I'm trying to write a cross-platform command line that will find all local files on a file system.

My intention is to use the find command, using only POSIX parameters. Is there a way to skip files on remote filesystems, while restricted to only POSIX commands, and no programming?

My current command line is

find -type f -print

but that obviously lists every regular file, not just local ones.

I am aware of the -local flag, but as far as I can tell, it's not POSIX or otherwise part of a cross-platform standard. locate doesn't appear to be cross-platform either. I don't think the -xdev flag is what I'm looking for, either, as I want to search across all locally mounted file systems - if / and /home are both local, and I run find / -xdev -print, find should skip /home (unless I'm misunderstanding stuff).

For what it's worth, the following URLs have been useful resources...

  • Your observation about -xdev is correct. Have you looked at (ab-)using find's -fstype option at all?
    – Anthon
    Jun 12, 2013 at 3:34
  • @Anthon: Yes, I did take a quick look, but <code>-fstype</code> seems very much like rici's suggestion, and would require enumerating all expected file system types in advance... I'm hoping for something more automated :)
    – atk
    Jun 12, 2013 at 12:28
  • I don't know if it would help, but you can use -exec to run any command as a test (and proceed with the find primaries or not, based on its exit status). If you have a POSIX command which will return 0 if and only if it's run on a local file, you could make use of that.
    – Wildcard
    May 3, 2016 at 1:13

2 Answers 2


I don't believe that there is any way to determine whether a filesystem is remote or local using only POSIX interfaces. POSIX doesn't even mandate a mount command, and all references to file systems, as far as I know, are replete with the words "implementation-defined".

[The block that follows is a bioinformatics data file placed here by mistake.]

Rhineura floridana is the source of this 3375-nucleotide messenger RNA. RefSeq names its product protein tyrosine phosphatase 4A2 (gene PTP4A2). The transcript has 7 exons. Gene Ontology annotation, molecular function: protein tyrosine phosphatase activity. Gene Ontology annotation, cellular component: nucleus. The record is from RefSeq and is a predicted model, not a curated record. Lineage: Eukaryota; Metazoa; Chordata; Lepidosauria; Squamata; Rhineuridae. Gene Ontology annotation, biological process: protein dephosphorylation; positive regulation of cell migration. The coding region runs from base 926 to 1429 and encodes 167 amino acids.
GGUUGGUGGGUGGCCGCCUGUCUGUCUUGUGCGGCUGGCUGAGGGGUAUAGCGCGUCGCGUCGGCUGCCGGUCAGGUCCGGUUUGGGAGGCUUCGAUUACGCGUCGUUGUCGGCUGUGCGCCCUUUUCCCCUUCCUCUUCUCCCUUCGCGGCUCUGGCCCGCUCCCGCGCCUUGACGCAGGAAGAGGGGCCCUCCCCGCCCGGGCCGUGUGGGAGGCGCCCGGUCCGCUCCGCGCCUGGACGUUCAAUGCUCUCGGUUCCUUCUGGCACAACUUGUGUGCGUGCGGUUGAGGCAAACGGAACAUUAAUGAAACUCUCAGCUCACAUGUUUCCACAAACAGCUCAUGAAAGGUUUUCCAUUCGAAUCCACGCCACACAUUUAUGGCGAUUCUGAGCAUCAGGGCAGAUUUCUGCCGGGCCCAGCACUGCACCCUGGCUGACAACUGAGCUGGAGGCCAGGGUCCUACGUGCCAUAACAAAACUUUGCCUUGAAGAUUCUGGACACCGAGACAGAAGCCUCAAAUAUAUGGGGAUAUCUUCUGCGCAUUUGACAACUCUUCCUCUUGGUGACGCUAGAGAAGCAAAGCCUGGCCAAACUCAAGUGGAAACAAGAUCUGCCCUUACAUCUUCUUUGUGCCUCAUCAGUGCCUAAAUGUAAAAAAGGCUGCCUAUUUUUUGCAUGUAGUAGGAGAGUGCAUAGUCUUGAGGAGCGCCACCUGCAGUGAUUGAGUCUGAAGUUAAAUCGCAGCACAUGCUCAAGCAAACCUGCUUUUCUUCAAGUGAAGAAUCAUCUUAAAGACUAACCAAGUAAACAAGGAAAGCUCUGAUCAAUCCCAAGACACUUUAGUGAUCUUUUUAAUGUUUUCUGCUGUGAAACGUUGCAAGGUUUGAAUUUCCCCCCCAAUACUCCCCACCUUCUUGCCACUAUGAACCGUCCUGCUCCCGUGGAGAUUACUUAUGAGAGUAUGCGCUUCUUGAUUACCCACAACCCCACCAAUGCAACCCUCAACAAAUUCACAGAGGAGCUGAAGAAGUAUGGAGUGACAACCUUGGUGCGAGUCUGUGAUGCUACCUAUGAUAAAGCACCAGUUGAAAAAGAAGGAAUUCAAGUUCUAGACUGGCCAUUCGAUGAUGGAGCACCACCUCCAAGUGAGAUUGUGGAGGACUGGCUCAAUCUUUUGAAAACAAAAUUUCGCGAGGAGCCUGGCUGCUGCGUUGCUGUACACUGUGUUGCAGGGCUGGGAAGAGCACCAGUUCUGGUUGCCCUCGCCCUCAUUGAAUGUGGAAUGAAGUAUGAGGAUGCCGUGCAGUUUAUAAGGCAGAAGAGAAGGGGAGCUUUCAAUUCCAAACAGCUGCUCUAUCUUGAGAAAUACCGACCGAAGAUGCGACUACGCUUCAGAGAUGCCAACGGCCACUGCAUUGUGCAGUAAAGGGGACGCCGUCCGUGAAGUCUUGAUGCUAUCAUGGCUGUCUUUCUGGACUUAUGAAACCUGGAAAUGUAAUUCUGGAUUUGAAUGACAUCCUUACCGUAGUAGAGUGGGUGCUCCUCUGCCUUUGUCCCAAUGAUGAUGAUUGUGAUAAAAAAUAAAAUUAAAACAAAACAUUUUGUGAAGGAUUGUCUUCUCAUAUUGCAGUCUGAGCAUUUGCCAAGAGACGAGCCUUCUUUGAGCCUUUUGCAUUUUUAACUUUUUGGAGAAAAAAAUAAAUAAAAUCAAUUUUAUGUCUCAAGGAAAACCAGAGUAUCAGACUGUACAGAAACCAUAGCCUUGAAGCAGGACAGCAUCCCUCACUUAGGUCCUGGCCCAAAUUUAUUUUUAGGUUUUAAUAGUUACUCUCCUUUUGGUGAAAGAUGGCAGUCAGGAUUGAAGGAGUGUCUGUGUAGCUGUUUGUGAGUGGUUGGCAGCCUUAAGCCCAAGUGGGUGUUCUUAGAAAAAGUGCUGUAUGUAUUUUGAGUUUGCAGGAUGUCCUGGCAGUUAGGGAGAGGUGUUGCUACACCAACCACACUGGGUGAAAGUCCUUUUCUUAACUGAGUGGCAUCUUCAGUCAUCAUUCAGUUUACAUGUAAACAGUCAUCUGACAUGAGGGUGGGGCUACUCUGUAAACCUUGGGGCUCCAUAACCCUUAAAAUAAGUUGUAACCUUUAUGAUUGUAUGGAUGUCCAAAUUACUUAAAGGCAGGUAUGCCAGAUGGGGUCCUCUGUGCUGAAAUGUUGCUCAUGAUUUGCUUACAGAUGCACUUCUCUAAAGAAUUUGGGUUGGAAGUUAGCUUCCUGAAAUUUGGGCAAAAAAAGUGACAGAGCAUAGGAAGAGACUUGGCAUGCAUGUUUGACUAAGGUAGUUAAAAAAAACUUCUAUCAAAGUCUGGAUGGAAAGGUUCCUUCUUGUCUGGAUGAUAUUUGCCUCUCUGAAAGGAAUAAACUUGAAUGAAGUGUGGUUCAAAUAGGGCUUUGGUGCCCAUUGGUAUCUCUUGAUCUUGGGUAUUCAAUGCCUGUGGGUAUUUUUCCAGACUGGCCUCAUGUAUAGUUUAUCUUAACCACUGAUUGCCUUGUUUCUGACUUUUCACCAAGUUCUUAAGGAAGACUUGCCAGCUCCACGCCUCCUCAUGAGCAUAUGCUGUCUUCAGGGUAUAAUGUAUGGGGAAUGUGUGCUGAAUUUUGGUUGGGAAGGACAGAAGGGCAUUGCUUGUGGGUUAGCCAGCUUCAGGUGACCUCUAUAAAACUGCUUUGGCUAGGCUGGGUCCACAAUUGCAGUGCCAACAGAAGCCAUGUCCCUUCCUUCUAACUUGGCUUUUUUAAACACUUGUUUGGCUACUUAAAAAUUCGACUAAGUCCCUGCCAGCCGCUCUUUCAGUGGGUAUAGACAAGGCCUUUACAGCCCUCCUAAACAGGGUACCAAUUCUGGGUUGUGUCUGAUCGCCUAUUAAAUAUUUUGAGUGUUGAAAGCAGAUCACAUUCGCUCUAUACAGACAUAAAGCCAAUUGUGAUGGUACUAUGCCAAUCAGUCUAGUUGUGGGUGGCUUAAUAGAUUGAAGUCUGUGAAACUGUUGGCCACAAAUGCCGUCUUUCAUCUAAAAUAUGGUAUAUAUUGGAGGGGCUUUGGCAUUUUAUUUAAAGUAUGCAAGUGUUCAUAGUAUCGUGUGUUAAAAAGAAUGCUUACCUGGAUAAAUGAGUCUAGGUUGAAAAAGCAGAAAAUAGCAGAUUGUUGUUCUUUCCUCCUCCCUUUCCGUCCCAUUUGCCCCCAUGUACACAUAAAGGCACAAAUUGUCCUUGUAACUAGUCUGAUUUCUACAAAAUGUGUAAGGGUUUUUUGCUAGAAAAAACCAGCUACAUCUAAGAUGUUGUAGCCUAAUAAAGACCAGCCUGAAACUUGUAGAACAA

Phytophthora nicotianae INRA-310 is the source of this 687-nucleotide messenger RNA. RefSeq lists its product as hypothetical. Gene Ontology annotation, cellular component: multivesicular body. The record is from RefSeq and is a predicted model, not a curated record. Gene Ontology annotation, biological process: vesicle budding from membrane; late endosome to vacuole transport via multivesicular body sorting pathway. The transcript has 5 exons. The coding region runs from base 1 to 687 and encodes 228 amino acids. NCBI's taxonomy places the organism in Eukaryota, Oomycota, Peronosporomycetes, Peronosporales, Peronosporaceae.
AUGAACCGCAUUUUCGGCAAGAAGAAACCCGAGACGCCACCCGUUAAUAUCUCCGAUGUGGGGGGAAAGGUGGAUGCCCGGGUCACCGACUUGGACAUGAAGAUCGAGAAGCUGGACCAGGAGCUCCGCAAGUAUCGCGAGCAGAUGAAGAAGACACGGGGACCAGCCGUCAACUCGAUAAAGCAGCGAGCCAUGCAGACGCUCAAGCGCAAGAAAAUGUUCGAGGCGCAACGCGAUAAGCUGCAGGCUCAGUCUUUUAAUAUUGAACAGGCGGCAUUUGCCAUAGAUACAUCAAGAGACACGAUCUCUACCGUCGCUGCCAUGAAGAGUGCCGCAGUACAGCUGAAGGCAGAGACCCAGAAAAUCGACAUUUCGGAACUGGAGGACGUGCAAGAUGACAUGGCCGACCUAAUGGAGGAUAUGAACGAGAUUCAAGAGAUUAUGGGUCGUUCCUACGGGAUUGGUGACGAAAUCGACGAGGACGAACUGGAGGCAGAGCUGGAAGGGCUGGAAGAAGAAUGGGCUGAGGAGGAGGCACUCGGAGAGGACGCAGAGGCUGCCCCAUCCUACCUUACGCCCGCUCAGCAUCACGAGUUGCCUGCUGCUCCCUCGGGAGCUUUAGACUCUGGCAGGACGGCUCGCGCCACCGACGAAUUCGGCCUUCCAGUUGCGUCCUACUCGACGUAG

The -local primary to the find command is not much help, since it is only available on Solaris, and it depends on the existence of a configuration file which lists remote filesystem types.

POSIX does mandate a df command and requires a specific output format if that command is used with the -P flag; in that format, there are six space-separated fields, of which the first is the "name of the file system, in an implementation-defined format" and the last is the mount point.

What you need is a list of all the mount points corresponding to local filesystems. Here, I think you're going to have to fall back to a heuristic; which is to exclude filesystem names which "look like" remote filesystems. Some examples:

//...     CIFS (Samba)
host:...  NFS
/afs      AFS

That's not an exhaustive list, and it comes completely without guarantees.

If you then filter those lines out of the output of df and then remove the first five columns, you could then feed the list to the find command with the -xdev primary.

Even if that sounds plausible, there is actually no guarantee that a filesystem is actually "mounted" (see AFS) or that a filesystem is either entirely local or entirely remote (a fuse-based filesystem can arbitrarily redirect individual files). So proceed with caution, is my advice.


That -xdev works but maybe not how you'd like, i.e. as stated in POSIX find man: find -xdev runs until FS with differentDevice ID (could be inspected with stat utility or stat() systemcall) is encountered:

e.g. linux:

# stat /home/foo
  File: `/home/foo'
    . . .
Device: fd02h/64770d
  . . .
 # stat /boot/foo
  File: `/boot/foo'
  . . . 
Device: 801h/2049d   
  . . .

Let's find it with -xdev:

# find / -xdev -name foo -print


# find / -name foo -print


Inspecting Device ID on Solaris:

# truss -t lstat64 -v lstat64 ls /foo
lstat64("/foo", 0xFFBFFC48)
    d=0x02580000 . . .
# truss -t lstat64 -v lstat64 ls /etc/foo
lstat64("/etc/foo", 0xFFBFFB88)
    d=0x02580000 . . .
# truss -t lstat64 -v lstat64 ls /opt/foo
lstat64("/opt/foo", 0xFFBFFC48)
    d=0x02580004 . . .

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